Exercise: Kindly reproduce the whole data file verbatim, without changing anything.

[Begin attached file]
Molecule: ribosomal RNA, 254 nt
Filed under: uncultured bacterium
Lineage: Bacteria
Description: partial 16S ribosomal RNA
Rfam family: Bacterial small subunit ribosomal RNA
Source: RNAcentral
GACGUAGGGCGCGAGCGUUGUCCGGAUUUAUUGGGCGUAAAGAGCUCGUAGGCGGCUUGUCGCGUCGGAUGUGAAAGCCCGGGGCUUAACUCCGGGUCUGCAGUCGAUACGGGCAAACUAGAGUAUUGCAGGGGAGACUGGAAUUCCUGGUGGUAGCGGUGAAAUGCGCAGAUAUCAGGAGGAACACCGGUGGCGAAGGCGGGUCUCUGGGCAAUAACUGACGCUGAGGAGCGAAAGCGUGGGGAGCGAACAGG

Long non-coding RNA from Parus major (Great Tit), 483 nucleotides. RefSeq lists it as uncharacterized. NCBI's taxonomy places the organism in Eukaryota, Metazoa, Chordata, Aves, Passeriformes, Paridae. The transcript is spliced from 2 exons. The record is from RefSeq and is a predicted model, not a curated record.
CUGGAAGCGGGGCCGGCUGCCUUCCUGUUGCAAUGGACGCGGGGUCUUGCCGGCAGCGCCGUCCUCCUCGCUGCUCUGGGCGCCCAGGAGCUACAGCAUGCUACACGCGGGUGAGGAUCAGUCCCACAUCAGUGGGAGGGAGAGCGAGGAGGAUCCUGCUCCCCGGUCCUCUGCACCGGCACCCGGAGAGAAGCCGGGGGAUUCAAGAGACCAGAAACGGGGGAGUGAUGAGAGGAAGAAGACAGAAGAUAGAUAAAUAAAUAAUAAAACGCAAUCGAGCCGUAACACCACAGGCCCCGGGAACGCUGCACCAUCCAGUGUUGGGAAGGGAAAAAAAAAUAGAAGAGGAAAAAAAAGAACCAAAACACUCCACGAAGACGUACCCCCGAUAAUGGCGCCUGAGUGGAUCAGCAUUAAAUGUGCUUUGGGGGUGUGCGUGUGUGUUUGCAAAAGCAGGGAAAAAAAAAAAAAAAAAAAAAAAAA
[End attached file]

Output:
Molecule: ribosomal RNA, 254 nt
Filed under: uncultured bacterium
Lineage: Bacteria
Description: partial 16S ribosomal RNA
Rfam family: Bacterial small subunit ribosomal RNA
Source: RNAcentral
GACGUAGGGCGCGAGCGUUGUCCGGAUUUAUUGGGCGUAAAGAGCUCGUAGGCGGCUUGUCGCGUCGGAUGUGAAAGCCCGGGGCUUAACUCCGGGUCUGCAGUCGAUACGGGCAAACUAGAGUAUUGCAGGGGAGACUGGAAUUCCUGGUGGUAGCGGUGAAAUGCGCAGAUAUCAGGAGGAACACCGGUGGCGAAGGCGGGUCUCUGGGCAAUAACUGACGCUGAGGAGCGAAAGCGUGGGGAGCGAACAGG

Long non-coding RNA from Parus major (Great Tit), 483 nucleotides. RefSeq lists it as uncharacterized. NCBI's taxonomy places the organism in Eukaryota, Metazoa, Chordata, Aves, Passeriformes, Paridae. The transcript is spliced from 2 exons. The record is from RefSeq and is a predicted model, not a curated record.
CUGGAAGCGGGGCCGGCUGCCUUCCUGUUGCAAUGGACGCGGGGUCUUGCCGGCAGCGCCGUCCUCCUCGCUGCUCUGGGCGCCCAGGAGCUACAGCAUGCUACACGCGGGUGAGGAUCAGUCCCACAUCAGUGGGAGGGAGAGCGAGGAGGAUCCUGCUCCCCGGUCCUCUGCACCGGCACCCGGAGAGAAGCCGGGGGAUUCAAGAGACCAGAAACGGGGGAGUGAUGAGAGGAAGAAGACAGAAGAUAGAUAAAUAAAUAAUAAAACGCAAUCGAGCCGUAACACCACAGGCCCCGGGAACGCUGCACCAUCCAGUGUUGGGAAGGGAAAAAAAAAUAGAAGAGGAAAAAAAAGAACCAAAACACUCCACGAAGACGUACCCCCGAUAAUGGCGCCUGAGUGGAUCAGCAUUAAAUGUGCUUUGGGGGUGUGCGUGUGUGUUUGCAAAAGCAGGGAAAAAAAAAAAAAAAAAAAAAAAAA